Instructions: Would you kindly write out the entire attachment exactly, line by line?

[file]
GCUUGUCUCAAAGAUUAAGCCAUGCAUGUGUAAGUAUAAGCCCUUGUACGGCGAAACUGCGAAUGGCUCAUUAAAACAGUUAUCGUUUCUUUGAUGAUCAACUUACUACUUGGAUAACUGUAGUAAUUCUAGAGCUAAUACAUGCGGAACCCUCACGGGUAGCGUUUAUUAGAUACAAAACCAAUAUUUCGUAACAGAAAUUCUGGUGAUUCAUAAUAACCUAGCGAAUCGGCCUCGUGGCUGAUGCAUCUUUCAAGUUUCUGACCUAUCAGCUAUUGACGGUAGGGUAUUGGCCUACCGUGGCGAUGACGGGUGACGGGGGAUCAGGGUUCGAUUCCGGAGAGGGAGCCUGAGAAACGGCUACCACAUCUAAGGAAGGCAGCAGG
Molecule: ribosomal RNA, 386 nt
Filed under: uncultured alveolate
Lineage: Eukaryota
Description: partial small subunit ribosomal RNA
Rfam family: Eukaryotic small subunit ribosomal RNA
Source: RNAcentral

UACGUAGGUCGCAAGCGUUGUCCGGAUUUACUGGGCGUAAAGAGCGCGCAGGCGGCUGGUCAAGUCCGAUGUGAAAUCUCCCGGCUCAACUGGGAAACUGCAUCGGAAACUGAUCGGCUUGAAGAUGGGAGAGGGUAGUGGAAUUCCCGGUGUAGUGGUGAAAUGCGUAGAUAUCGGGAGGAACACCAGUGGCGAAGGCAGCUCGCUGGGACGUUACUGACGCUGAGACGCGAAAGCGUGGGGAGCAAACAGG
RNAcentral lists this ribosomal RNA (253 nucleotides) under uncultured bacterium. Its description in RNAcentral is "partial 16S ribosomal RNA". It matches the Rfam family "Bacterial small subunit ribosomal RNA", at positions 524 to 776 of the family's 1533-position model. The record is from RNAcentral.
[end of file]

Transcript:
GCUUGUCUCAAAGAUUAAGCCAUGCAUGUGUAAGUAUAAGCCCUUGUACGGCGAAACUGCGAAUGGCUCAUUAAAACAGUUAUCGUUUCUUUGAUGAUCAACUUACUACUUGGAUAACUGUAGUAAUUCUAGAGCUAAUACAUGCGGAACCCUCACGGGUAGCGUUUAUUAGAUACAAAACCAAUAUUUCGUAACAGAAAUUCUGGUGAUUCAUAAUAACCUAGCGAAUCGGCCUCGUGGCUGAUGCAUCUUUCAAGUUUCUGACCUAUCAGCUAUUGACGGUAGGGUAUUGGCCUACCGUGGCGAUGACGGGUGACGGGGGAUCAGGGUUCGAUUCCGGAGAGGGAGCCUGAGAAACGGCUACCACAUCUAAGGAAGGCAGCAGG
Molecule: ribosomal RNA, 386 nt
Filed under: uncultured alveolate
Lineage: Eukaryota
Description: partial small subunit ribosomal RNA
Rfam family: Eukaryotic small subunit ribosomal RNA
Source: RNAcentral

UACGUAGGUCGCAAGCGUUGUCCGGAUUUACUGGGCGUAAAGAGCGCGCAGGCGGCUGGUCAAGUCCGAUGUGAAAUCUCCCGGCUCAACUGGGAAACUGCAUCGGAAACUGAUCGGCUUGAAGAUGGGAGAGGGUAGUGGAAUUCCCGGUGUAGUGGUGAAAUGCGUAGAUAUCGGGAGGAACACCAGUGGCGAAGGCAGCUCGCUGGGACGUUACUGACGCUGAGACGCGAAAGCGUGGGGAGCAAACAGG
RNAcentral lists this ribosomal RNA (253 nucleotides) under uncultured bacterium. Its description in RNAcentral is "partial 16S ribosomal RNA". It matches the Rfam family "Bacterial small subunit ribosomal RNA", at positions 524 to 776 of the family's 1533-position model. The record is from RNAcentral.